There are powerful reasons to introduce a matrix organization structure – that’s why many of the world’s leading organizations have one. This video outlines the 6 key reasons why organizations introduce a matrix and the importance of communicating these reasons clearly. It also introduces some potential downsides of the matrix for the way we work together.
A matrix structure is, strictly speaking, where we have multiple bosses – more than one formal reporting line, whether solid or dotted.
However, the term matrix is often used for anywhere where we are working ‘horizontally’ across the traditional ‘vertical’ silos of function, geography or other organizational units, such as working with external partners, or multi-functional and virtual teams. This way of working is the norm in complex organizations
6 key advantages of the matrix organization
Here are the top six reasons (from the academic research and our own consulting experience) why companies introduce a matrix:
- To meet the needs of global or regional customers who want a consistent international agreement and point of contact.
- To improve their capability to run global or regional projects and systems
- To improve access to resources, skills and technologies across the organisation that might otherwise be locked up in the vertical silos
- To improve cooperation and communication across the functional and geographic silos.
- To bring flexibility through faster decisions involving multiple stakeholders.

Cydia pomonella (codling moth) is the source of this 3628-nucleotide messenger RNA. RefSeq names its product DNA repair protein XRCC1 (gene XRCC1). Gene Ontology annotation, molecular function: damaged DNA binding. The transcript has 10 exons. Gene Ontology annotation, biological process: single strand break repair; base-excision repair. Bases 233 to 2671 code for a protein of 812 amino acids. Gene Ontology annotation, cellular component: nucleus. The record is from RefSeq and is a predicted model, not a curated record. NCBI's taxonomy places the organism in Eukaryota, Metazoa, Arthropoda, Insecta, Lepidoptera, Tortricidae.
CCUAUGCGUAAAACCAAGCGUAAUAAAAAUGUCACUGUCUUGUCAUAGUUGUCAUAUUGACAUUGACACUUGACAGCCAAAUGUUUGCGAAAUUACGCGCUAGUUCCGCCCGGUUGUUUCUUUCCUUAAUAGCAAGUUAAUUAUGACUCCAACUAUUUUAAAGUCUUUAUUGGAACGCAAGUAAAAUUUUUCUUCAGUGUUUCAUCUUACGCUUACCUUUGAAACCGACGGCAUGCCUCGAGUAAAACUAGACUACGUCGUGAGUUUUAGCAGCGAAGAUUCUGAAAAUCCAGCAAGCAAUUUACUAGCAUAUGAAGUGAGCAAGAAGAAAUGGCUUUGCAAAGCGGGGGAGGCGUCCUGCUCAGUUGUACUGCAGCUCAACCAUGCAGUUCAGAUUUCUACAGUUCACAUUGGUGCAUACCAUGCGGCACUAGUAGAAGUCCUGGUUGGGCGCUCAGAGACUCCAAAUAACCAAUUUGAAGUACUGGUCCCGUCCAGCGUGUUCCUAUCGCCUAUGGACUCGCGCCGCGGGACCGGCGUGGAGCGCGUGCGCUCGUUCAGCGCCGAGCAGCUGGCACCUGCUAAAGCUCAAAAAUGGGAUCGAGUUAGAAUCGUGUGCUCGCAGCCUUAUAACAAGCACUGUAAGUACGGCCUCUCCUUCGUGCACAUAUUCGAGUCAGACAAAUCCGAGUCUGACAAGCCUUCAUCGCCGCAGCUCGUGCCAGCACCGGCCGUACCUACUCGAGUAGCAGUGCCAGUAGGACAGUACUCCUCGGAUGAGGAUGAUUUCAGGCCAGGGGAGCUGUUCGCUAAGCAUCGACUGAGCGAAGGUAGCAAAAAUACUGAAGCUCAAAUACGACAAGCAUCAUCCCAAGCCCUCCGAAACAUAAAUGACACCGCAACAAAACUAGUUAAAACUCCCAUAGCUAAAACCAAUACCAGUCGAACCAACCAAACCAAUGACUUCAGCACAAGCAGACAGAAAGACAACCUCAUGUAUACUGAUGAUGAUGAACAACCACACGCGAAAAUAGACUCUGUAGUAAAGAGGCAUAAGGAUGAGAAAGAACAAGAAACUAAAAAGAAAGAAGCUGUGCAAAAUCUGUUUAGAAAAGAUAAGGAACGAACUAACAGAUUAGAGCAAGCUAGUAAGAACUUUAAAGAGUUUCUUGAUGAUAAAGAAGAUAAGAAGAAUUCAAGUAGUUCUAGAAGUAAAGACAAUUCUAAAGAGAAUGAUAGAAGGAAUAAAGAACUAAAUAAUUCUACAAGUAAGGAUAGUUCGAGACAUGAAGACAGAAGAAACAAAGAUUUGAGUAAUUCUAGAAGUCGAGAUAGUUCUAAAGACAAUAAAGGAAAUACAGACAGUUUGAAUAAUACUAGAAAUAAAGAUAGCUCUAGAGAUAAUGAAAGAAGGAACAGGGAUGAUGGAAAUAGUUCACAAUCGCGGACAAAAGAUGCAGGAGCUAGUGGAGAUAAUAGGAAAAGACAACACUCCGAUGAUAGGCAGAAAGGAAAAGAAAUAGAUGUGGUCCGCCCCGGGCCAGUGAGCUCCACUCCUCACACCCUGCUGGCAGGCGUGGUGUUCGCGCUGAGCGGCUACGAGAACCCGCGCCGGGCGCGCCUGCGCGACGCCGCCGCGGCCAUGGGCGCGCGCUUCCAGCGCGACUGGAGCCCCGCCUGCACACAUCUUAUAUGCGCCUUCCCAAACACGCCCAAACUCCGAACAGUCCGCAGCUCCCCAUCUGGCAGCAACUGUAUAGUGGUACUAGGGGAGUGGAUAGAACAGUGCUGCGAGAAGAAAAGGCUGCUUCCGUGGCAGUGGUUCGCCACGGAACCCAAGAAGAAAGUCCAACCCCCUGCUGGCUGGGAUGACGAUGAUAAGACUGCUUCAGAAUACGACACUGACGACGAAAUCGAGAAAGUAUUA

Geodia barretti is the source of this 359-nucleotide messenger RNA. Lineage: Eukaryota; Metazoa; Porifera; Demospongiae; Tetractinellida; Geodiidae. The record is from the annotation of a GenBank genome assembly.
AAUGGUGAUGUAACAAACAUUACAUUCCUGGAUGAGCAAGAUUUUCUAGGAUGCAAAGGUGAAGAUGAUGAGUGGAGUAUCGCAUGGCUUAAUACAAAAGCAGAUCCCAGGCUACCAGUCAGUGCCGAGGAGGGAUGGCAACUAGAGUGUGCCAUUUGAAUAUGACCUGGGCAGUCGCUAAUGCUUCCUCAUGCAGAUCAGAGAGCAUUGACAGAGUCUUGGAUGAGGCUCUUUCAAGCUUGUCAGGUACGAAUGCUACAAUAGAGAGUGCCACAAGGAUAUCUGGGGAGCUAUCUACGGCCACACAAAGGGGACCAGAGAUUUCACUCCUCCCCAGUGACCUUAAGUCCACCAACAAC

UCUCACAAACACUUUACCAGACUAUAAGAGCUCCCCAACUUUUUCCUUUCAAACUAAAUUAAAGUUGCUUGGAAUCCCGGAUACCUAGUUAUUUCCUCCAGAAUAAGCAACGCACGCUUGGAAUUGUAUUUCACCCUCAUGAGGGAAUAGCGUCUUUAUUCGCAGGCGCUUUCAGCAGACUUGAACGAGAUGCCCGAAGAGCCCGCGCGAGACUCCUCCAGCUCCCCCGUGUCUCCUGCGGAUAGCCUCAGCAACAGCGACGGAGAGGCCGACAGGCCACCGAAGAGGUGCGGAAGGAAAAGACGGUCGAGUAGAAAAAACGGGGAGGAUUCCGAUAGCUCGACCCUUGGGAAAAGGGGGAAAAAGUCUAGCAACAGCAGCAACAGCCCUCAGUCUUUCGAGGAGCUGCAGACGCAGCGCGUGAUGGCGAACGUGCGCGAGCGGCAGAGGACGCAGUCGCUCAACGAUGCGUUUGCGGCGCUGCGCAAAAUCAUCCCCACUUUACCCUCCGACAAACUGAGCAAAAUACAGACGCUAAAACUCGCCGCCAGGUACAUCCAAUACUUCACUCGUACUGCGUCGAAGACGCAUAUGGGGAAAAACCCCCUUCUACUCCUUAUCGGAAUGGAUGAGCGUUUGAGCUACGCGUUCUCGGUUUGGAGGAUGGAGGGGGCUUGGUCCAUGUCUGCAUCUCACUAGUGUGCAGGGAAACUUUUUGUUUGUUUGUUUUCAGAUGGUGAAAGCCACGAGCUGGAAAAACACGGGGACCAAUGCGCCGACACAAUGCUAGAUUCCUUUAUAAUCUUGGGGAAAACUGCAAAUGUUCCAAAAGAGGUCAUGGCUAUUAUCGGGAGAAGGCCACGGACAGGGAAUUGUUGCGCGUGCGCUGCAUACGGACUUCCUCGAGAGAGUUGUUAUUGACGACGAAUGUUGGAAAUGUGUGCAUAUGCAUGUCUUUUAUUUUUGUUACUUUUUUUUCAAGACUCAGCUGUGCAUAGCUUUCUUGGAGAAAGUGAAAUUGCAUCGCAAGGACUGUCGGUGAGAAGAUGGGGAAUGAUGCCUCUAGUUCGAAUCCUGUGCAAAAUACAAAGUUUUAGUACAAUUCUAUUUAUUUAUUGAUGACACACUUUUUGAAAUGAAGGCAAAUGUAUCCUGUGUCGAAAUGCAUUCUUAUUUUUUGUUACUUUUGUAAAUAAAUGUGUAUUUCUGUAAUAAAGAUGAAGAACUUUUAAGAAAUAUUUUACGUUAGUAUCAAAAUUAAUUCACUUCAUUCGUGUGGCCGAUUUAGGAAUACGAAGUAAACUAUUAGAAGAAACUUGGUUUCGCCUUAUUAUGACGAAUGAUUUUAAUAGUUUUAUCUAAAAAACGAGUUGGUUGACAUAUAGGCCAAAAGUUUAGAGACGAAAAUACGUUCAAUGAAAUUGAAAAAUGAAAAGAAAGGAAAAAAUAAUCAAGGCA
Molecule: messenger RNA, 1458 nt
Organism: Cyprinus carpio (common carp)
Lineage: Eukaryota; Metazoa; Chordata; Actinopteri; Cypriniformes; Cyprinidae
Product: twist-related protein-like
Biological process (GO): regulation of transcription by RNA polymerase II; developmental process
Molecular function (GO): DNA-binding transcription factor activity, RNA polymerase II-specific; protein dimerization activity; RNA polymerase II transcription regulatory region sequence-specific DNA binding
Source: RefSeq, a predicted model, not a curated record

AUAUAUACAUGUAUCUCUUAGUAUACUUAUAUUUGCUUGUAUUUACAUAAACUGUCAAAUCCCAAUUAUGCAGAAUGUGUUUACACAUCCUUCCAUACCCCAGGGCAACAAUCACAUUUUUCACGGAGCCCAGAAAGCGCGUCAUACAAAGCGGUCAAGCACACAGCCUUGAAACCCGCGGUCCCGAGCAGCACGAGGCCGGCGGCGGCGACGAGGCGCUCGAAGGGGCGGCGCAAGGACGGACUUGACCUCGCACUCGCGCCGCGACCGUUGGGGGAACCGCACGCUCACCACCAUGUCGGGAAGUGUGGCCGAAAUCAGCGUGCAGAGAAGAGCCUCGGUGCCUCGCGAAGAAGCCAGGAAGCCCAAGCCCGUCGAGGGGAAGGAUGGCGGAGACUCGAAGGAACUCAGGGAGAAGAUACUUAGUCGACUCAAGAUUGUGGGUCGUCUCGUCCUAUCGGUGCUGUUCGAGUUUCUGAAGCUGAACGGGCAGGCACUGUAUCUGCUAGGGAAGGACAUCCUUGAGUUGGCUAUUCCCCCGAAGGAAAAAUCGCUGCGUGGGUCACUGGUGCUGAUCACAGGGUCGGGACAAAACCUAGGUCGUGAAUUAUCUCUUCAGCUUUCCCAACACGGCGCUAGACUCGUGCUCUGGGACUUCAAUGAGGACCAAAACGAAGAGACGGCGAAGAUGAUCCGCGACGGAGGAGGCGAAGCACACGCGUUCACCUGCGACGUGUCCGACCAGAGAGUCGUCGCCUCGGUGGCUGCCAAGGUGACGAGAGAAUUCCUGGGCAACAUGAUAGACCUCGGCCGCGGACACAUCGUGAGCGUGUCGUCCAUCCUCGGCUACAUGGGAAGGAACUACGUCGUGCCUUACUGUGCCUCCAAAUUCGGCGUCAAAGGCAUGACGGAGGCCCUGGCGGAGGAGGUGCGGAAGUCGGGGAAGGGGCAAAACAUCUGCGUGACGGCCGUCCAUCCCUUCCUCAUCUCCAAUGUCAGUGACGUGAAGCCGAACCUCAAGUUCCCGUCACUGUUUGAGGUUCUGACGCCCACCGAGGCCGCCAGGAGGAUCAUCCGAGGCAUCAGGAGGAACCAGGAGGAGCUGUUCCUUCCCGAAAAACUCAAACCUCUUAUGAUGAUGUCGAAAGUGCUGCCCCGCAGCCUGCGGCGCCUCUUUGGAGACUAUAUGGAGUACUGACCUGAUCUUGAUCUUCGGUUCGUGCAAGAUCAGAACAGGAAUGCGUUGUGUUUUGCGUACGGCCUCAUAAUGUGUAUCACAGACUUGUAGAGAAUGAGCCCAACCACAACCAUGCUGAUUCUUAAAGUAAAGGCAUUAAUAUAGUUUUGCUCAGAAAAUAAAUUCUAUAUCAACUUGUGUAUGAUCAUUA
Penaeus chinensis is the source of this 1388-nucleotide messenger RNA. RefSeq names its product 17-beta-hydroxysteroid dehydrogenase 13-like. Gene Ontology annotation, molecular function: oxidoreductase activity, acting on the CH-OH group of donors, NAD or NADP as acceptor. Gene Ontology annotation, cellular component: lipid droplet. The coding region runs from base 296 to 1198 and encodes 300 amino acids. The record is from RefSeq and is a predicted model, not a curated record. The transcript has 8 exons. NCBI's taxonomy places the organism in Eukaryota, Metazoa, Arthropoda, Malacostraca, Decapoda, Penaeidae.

- To build broader people capabilities – as businesses become more integrated they need to develop people who can think beyond their own functions or locations.
It is important that your objectives for having a matrix are well communicated. In the absence of clear communication, the response to reorganization is often ‘I will keep my head down and it will go away in six months.’
In the absence of clear goals people often assume that the matrix is the latest management fad or the brainchild of some external consultants.
However, when we make a choice we always gain some advantages, and incur some disadvantages. There are some potential downsides that come with the additional complexity and connectedness of matrix working.
And 6 key disadvantages of the matrix
Here are some common challenges
- Accountabilities and authority can be less clear and are often shared.
- Meetings and bureaucracy can rise as the amount of coordination and communication increases.
- More people become involved in the decision process, which can slow things down.
- Ambiguity increases, with competing goals and higher levels of change and flexibility.
- We can see increases in central control as leaders try to re-establish control over a more complex environment.
- There is the possibility of more resource conflict as people need to engage outside their silos to get things done.
Whilst these symptoms are common – they are not inevitable. These challenges are not about the structure or the strategy, they are about the way people work together in the matrix. As a result the solution is not in changing the structure, but in updating the way we work.
Our jobs as leaders is to help deliver the advantages and prevent the potential disadvantages. Find out more about how to do this in our free webinar